In early 1869, Harry Wright of the Cincinnati Base Ball Club made an anuncement to the sporting press: the Red Stockings would be the first all-professional club in the history of the game. The outcry could be heard in nearly every town in which the sport was played. Wright, however, paid little heed to their protests and went about his business of signing players. By the start of the season he had inked ten players to contracts, with salaries ranging from $600 to $1,400 annually. By June of 1870, the Red Stockings had compiled a 90-game winning streak and were recognized as the finest team in the game. How the Red Stockings were formed, who the players were, and why things came to an end are all fully covered in this detailed history.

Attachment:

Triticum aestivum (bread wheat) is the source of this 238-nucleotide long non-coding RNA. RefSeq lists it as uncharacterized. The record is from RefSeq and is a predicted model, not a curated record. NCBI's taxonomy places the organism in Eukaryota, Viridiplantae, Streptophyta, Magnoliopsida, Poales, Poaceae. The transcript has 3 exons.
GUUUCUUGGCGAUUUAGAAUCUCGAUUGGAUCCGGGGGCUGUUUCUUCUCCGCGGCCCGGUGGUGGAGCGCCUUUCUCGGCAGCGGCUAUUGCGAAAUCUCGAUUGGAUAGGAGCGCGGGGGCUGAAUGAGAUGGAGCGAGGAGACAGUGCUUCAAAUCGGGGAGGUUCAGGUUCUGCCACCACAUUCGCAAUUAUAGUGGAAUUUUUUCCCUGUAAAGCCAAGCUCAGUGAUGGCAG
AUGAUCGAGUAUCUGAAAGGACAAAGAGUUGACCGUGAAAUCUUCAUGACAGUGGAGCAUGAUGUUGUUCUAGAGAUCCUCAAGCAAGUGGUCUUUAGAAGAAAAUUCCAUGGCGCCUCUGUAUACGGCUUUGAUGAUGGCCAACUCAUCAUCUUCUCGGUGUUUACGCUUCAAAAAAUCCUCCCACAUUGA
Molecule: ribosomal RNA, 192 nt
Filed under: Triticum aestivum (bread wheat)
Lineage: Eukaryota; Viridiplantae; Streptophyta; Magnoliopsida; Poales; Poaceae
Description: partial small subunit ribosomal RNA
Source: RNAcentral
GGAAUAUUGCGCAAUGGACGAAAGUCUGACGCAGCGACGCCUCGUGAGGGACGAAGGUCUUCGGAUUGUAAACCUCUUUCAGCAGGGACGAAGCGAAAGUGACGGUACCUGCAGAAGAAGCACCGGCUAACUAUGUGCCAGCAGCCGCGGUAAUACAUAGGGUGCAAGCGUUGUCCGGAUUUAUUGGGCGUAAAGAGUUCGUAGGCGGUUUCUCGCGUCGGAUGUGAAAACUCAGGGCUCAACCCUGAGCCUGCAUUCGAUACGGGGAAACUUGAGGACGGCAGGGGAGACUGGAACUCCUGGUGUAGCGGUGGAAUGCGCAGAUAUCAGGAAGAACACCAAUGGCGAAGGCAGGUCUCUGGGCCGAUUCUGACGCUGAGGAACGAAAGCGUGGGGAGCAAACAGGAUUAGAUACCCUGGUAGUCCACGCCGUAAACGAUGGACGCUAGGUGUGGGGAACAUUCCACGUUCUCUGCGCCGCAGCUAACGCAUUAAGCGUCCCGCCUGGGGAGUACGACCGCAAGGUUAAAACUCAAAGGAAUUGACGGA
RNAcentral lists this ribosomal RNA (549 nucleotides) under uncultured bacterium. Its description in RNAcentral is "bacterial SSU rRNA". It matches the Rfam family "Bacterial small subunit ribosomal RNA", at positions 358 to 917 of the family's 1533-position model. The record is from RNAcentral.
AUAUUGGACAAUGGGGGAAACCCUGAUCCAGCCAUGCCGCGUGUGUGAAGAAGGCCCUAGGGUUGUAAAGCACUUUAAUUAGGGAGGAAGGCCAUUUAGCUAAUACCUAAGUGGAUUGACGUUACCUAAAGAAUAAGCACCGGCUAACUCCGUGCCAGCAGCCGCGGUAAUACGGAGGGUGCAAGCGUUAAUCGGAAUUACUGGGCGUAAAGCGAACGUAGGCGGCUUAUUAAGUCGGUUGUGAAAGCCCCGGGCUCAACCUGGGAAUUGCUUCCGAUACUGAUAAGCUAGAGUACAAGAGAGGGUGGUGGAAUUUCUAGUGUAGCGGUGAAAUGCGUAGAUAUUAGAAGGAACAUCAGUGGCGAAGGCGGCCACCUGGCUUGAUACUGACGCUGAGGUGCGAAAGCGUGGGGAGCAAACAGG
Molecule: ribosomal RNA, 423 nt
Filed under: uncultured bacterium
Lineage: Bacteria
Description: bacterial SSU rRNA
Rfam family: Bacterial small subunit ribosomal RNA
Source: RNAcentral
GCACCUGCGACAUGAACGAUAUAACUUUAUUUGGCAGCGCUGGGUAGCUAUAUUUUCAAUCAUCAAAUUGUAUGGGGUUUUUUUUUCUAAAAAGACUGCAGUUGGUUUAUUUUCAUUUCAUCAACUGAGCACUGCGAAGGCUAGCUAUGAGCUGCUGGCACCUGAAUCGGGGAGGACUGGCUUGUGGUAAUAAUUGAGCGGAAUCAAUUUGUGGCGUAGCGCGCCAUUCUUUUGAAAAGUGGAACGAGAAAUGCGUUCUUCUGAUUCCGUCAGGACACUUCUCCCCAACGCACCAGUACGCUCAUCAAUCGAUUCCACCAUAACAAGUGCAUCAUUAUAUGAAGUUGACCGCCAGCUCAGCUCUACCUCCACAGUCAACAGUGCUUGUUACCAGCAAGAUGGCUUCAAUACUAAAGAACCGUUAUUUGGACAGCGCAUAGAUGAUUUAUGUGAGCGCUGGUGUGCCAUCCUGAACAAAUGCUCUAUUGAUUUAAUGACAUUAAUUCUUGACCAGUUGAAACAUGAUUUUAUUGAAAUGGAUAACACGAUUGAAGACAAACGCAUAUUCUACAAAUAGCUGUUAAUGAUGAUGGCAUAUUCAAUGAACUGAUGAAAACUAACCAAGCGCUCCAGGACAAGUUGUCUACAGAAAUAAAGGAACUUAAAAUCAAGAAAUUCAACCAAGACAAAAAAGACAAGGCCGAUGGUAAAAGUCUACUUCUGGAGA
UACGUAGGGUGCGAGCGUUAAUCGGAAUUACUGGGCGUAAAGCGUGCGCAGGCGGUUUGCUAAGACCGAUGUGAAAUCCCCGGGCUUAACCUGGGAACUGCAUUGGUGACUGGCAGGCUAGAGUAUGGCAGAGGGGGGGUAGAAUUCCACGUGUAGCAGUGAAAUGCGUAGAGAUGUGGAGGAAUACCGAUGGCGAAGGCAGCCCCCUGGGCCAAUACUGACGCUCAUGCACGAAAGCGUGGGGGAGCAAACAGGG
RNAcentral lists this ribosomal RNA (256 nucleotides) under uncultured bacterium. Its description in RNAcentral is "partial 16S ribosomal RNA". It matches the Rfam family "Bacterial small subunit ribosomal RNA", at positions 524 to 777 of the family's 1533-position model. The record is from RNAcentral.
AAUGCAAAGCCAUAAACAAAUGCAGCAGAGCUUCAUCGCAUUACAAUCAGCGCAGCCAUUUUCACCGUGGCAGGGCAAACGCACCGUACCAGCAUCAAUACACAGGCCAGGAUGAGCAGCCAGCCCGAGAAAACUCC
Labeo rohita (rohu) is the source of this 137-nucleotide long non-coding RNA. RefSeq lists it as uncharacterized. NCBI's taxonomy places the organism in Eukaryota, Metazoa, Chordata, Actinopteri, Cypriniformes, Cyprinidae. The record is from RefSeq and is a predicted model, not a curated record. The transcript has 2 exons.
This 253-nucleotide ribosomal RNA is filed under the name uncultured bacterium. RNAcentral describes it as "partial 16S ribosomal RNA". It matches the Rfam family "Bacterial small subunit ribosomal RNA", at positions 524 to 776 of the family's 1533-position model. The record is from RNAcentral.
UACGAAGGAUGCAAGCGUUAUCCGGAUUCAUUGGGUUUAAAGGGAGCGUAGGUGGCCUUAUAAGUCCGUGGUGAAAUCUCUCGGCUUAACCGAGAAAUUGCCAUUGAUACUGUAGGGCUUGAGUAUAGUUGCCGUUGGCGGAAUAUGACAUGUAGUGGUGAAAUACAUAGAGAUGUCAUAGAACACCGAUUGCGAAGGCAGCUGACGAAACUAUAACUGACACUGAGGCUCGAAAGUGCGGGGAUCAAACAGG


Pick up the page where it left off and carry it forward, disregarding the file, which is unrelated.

Attorney Stephen D. Guschov has taught a Baseball and the Law course at the Massachusetts School of Law in Andover, and has written for Boston Baseball. He lives in Maitland, Florida.